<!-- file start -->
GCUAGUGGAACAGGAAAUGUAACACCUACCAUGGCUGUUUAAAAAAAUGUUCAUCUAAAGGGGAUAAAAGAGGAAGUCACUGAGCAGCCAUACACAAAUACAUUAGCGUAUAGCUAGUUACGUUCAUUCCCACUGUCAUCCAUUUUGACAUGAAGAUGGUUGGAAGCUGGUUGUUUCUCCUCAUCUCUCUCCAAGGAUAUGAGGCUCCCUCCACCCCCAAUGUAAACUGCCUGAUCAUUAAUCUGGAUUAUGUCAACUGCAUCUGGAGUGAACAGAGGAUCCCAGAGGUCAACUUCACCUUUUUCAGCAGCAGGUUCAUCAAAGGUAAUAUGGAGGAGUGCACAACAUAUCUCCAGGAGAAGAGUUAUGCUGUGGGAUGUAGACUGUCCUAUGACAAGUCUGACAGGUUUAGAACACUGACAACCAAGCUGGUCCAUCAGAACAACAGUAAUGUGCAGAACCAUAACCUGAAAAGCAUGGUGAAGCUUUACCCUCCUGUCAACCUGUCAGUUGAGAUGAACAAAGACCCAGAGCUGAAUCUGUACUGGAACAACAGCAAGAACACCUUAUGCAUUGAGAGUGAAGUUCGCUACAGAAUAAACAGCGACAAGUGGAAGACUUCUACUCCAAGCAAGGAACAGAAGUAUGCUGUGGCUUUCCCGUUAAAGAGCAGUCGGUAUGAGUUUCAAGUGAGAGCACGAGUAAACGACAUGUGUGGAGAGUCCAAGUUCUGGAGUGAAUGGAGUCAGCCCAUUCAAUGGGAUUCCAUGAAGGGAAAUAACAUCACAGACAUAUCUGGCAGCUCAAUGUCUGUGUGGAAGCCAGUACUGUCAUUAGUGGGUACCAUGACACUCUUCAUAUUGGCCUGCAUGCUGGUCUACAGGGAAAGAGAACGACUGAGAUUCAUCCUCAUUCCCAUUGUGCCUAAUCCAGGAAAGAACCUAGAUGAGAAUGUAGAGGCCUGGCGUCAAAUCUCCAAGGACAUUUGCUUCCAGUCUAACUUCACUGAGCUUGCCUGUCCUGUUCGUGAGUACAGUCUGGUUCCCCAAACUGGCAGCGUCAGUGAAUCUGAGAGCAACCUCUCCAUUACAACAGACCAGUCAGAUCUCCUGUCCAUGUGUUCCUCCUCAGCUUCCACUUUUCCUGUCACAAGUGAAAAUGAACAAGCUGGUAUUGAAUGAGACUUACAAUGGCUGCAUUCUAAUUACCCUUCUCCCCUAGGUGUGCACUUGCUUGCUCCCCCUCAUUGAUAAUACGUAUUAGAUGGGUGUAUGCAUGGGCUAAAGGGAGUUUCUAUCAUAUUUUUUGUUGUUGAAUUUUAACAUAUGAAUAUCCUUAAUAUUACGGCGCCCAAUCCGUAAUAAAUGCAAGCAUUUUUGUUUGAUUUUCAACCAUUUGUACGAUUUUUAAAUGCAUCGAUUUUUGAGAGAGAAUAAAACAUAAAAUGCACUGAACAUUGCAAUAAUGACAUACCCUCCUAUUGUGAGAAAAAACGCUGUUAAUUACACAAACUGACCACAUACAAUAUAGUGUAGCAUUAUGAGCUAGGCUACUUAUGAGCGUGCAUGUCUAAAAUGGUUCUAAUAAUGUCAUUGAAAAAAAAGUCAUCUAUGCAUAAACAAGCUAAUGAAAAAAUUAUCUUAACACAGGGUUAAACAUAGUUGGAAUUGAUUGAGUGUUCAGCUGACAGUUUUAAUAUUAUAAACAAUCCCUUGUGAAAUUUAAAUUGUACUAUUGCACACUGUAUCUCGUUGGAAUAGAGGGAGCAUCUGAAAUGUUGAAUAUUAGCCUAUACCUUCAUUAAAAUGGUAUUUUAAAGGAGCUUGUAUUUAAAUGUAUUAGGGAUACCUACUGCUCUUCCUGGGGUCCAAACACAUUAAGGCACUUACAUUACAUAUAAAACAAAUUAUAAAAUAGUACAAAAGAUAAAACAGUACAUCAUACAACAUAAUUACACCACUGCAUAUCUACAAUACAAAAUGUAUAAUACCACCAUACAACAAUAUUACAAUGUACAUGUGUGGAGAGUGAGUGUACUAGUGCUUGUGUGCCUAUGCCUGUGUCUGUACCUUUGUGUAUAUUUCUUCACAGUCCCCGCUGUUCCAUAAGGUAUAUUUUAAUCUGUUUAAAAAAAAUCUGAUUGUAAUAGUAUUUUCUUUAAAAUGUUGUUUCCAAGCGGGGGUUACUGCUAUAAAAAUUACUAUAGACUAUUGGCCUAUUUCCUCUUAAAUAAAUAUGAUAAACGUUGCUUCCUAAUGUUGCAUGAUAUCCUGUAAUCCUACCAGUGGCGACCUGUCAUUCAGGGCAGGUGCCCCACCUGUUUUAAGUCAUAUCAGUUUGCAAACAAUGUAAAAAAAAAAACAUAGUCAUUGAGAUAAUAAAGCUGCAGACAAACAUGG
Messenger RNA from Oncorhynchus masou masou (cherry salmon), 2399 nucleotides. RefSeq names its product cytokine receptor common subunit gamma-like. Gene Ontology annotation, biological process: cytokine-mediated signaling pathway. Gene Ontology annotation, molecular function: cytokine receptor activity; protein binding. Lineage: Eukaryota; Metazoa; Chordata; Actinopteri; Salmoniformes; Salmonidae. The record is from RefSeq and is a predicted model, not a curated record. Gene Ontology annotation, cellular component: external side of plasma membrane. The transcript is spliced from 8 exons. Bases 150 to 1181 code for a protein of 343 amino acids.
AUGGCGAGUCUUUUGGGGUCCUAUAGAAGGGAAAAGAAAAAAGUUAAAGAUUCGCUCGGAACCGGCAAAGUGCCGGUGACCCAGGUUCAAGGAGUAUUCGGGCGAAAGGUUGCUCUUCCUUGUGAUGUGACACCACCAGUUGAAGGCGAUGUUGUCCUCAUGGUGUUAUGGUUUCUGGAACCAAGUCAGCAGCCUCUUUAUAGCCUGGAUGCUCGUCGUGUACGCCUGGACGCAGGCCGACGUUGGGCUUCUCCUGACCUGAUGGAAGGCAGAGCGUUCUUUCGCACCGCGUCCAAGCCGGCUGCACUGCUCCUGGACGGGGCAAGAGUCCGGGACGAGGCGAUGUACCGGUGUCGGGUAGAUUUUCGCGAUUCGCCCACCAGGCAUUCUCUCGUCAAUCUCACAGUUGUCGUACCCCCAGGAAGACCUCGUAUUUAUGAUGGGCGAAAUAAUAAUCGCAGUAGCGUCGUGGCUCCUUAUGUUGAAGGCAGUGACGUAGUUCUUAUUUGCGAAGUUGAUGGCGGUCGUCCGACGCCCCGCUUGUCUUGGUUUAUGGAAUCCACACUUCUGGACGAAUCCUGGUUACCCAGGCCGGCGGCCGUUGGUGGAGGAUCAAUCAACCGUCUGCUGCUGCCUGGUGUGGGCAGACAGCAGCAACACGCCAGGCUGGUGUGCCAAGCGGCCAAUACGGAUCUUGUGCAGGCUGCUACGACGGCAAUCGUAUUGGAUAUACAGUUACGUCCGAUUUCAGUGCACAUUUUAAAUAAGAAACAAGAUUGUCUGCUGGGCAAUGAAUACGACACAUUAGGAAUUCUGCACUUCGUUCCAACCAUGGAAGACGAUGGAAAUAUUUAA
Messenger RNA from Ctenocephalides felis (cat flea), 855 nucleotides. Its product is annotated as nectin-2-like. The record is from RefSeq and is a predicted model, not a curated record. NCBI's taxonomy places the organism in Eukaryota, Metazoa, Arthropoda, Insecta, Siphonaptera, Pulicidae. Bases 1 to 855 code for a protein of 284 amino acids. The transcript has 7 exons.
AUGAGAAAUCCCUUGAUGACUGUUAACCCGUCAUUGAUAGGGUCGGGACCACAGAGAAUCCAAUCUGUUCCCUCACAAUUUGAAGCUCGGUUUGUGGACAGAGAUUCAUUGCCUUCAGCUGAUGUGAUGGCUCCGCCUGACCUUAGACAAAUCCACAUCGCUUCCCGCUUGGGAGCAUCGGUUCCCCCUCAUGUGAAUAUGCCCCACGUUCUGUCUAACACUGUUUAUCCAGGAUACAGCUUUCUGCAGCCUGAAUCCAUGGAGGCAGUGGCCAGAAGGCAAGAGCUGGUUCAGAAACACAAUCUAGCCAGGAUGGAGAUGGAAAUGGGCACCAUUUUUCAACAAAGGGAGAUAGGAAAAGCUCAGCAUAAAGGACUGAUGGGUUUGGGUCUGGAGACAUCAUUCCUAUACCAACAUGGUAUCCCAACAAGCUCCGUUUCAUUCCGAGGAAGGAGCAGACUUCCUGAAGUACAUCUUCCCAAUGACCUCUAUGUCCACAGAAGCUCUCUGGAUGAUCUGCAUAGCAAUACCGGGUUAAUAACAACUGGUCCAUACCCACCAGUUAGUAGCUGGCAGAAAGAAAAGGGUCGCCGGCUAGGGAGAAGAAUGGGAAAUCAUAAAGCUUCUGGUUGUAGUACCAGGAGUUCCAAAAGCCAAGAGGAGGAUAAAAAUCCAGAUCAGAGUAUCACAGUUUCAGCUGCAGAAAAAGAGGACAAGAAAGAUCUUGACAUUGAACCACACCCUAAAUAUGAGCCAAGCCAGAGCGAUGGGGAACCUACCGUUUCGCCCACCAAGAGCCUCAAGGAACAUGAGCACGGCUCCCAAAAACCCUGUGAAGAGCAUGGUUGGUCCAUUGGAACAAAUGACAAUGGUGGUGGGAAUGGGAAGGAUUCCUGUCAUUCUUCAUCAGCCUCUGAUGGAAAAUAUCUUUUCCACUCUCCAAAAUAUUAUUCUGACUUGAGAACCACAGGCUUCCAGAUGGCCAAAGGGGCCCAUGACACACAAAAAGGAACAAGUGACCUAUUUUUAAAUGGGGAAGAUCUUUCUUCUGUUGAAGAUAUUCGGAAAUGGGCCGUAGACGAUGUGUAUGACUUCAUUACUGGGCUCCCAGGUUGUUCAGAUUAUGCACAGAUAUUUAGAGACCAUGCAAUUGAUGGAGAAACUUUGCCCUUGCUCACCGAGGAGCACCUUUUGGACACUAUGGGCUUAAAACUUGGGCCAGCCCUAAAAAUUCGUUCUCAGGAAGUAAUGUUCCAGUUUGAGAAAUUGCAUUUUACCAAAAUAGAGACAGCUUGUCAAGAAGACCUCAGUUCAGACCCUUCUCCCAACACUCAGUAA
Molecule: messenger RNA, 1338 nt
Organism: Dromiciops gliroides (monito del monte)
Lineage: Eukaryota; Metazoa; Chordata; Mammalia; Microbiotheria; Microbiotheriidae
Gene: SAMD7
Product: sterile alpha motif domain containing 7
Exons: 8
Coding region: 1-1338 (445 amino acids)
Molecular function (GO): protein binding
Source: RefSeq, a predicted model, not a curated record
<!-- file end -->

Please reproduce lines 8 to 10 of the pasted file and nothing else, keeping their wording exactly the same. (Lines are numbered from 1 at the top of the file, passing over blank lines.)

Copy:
Lineage: Eukaryota; Metazoa; Chordata; Mammalia; Microbiotheria; Microbiotheriidae
Gene: SAMD7
Product: sterile alpha motif domain containing 7